|a school for young children, usually from three to five years old|
|a printed punctuation mark (‽), available only in some typefaces, designed to combine the question mark (?) and the exclamation point (!), indicating a mixture of query and interjection, as after a rhetorical question.|
|a calculus or concretion found in the stomach or intestines of certain animals, esp. ruminants, formerly reputed to be an effective remedy for poison.|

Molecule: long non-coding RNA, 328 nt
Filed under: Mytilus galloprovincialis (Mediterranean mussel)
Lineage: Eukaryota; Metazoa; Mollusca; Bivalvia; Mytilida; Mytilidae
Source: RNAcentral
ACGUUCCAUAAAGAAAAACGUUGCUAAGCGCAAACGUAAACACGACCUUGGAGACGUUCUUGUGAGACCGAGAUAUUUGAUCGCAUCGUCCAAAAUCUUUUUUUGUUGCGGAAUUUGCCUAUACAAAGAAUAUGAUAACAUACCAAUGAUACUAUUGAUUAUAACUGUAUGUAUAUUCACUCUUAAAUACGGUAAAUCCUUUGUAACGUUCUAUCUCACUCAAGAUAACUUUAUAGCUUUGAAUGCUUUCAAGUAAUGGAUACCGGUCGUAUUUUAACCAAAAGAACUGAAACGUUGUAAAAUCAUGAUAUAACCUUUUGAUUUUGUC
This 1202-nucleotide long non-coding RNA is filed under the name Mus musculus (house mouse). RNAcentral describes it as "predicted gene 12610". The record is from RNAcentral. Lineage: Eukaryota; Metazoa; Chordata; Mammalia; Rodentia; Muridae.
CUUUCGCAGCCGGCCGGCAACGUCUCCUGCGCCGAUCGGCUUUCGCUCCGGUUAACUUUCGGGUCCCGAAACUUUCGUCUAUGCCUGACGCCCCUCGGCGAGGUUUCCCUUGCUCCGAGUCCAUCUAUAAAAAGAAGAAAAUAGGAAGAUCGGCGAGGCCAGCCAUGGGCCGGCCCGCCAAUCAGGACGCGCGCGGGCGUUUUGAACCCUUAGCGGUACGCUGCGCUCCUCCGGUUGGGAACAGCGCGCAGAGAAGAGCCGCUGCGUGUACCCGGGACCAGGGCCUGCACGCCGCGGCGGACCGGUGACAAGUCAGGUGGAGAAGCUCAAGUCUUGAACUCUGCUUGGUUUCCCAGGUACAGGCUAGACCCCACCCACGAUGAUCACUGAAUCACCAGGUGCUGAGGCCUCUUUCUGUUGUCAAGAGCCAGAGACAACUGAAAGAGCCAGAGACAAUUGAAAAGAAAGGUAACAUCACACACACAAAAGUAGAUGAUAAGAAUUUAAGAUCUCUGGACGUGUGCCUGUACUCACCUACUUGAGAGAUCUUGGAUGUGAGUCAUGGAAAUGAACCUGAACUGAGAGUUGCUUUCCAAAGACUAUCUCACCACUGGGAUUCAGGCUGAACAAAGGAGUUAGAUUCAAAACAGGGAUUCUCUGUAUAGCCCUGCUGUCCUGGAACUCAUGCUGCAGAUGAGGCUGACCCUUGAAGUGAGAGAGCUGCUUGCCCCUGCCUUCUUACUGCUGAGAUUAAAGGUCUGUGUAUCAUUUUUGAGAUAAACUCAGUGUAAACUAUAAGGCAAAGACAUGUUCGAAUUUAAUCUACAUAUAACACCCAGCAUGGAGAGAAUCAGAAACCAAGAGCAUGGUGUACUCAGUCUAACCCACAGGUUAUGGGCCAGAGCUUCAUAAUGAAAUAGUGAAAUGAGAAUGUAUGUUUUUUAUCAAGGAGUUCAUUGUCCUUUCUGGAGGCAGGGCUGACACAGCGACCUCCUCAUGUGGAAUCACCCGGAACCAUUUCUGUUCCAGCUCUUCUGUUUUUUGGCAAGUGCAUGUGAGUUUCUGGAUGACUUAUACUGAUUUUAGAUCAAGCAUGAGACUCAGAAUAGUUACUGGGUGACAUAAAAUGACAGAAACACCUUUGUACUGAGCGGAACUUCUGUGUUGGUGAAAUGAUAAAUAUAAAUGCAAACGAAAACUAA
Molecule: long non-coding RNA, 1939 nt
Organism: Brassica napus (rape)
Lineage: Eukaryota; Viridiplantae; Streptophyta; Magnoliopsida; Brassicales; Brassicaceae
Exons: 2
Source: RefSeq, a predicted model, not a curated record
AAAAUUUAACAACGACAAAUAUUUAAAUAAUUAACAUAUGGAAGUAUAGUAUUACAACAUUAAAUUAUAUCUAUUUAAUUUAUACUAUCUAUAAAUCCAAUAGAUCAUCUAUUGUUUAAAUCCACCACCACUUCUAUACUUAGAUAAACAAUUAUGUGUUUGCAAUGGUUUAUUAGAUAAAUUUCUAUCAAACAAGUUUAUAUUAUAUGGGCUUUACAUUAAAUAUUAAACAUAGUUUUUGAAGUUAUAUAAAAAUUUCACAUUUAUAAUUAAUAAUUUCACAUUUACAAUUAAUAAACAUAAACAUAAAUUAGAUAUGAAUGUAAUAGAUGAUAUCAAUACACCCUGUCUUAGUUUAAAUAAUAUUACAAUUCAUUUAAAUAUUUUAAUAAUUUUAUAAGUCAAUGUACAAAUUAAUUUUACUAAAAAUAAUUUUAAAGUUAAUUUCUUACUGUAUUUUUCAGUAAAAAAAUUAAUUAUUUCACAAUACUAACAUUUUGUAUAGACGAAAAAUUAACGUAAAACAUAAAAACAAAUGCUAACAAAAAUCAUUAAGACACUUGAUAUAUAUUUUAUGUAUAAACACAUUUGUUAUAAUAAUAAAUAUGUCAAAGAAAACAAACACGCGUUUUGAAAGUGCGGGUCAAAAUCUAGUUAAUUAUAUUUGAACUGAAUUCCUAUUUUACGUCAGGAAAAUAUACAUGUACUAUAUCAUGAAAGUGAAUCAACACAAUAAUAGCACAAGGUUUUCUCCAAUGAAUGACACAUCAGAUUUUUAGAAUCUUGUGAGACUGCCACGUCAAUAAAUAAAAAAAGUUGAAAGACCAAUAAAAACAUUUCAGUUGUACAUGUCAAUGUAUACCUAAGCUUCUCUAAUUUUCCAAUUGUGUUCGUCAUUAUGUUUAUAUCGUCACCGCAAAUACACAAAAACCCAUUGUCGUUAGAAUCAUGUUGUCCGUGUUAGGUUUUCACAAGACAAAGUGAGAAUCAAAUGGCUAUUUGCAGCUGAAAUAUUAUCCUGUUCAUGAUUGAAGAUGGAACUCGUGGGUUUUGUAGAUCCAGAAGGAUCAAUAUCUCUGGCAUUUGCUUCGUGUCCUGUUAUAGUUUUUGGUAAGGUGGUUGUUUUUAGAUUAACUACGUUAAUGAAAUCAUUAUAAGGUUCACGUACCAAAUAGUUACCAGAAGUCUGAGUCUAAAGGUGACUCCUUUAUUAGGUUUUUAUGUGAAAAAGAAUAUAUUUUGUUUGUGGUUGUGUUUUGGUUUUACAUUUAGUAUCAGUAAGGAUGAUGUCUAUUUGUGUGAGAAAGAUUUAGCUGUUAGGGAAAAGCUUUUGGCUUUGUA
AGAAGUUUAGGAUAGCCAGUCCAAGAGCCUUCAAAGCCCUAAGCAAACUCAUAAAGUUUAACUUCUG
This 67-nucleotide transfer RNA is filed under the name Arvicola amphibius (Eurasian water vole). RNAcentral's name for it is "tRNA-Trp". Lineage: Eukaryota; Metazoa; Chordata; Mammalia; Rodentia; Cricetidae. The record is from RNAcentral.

institution that provides supervision and care of infants and young children during the daytime, particularly so that their parents can hold jobs. Such institutions appeared in France about 1840, and the Societe des Creches was recognized by the French government in 1869. Day-care centres were established in most European cities and industrial centres during the second half of the 19th century; the first in Great Britain, for example, was established in 1860. In the United States, the terms day nursery, day- or child-care centre, and nursery school are often used interchangeably to identify various types of day care for children and for preschool educational programs
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